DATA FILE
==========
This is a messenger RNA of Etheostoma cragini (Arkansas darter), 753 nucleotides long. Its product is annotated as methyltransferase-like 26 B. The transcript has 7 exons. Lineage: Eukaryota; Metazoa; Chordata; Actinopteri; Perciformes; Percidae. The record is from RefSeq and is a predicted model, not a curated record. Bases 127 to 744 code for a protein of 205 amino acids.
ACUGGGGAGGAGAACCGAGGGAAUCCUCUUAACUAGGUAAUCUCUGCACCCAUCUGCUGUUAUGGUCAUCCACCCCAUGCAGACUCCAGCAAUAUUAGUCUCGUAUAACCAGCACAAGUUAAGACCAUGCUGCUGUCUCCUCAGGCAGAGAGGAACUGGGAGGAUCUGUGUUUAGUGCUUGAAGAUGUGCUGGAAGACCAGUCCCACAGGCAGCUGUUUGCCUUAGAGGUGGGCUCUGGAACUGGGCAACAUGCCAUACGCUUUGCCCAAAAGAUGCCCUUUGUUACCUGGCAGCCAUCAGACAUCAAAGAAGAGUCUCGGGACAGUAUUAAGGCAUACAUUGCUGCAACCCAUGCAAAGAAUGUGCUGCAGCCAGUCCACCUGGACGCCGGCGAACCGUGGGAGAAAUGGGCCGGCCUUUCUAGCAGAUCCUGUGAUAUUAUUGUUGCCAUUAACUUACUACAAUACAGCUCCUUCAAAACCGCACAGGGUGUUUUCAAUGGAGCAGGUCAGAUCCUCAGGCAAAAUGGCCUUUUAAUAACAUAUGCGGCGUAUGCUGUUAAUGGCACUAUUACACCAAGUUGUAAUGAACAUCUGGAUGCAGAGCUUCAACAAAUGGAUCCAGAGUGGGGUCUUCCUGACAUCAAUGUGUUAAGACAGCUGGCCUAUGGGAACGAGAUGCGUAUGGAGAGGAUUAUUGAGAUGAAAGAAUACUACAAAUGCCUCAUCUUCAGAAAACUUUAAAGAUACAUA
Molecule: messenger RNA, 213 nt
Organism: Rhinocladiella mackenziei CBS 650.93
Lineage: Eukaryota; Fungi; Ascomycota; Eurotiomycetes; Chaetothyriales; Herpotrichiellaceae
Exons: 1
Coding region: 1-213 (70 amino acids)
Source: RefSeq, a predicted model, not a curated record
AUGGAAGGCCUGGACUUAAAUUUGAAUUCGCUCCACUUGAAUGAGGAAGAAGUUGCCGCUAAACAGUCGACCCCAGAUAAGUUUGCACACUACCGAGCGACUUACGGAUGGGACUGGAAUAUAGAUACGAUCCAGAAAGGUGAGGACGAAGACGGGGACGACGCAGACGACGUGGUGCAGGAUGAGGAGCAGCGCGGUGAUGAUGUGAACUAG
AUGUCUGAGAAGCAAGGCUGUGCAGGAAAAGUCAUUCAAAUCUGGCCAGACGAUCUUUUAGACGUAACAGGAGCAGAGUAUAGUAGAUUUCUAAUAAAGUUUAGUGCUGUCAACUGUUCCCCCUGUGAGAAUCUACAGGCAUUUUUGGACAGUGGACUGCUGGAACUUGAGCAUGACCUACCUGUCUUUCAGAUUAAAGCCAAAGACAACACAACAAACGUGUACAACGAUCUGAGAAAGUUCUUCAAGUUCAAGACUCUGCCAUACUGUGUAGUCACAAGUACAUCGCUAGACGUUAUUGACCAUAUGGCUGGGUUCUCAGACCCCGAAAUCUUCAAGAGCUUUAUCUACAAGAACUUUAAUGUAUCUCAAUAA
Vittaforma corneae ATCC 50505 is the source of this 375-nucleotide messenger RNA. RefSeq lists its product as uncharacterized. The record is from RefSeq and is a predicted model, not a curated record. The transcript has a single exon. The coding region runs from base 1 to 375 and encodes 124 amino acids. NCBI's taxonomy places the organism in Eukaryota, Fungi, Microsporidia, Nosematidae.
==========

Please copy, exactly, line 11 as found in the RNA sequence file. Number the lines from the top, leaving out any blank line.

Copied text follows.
Vittaforma corneae ATCC 50505 is the source of this 375-nucleotide messenger RNA. RefSeq lists its product as uncharacterized. The record is from RefSeq and is a predicted model, not a curated record. The transcript has a single exon. The coding region runs from base 1 to 375 and encodes 124 amino acids. NCBI's taxonomy places the organism in Eukaryota, Fungi, Microsporidia, Nosematidae.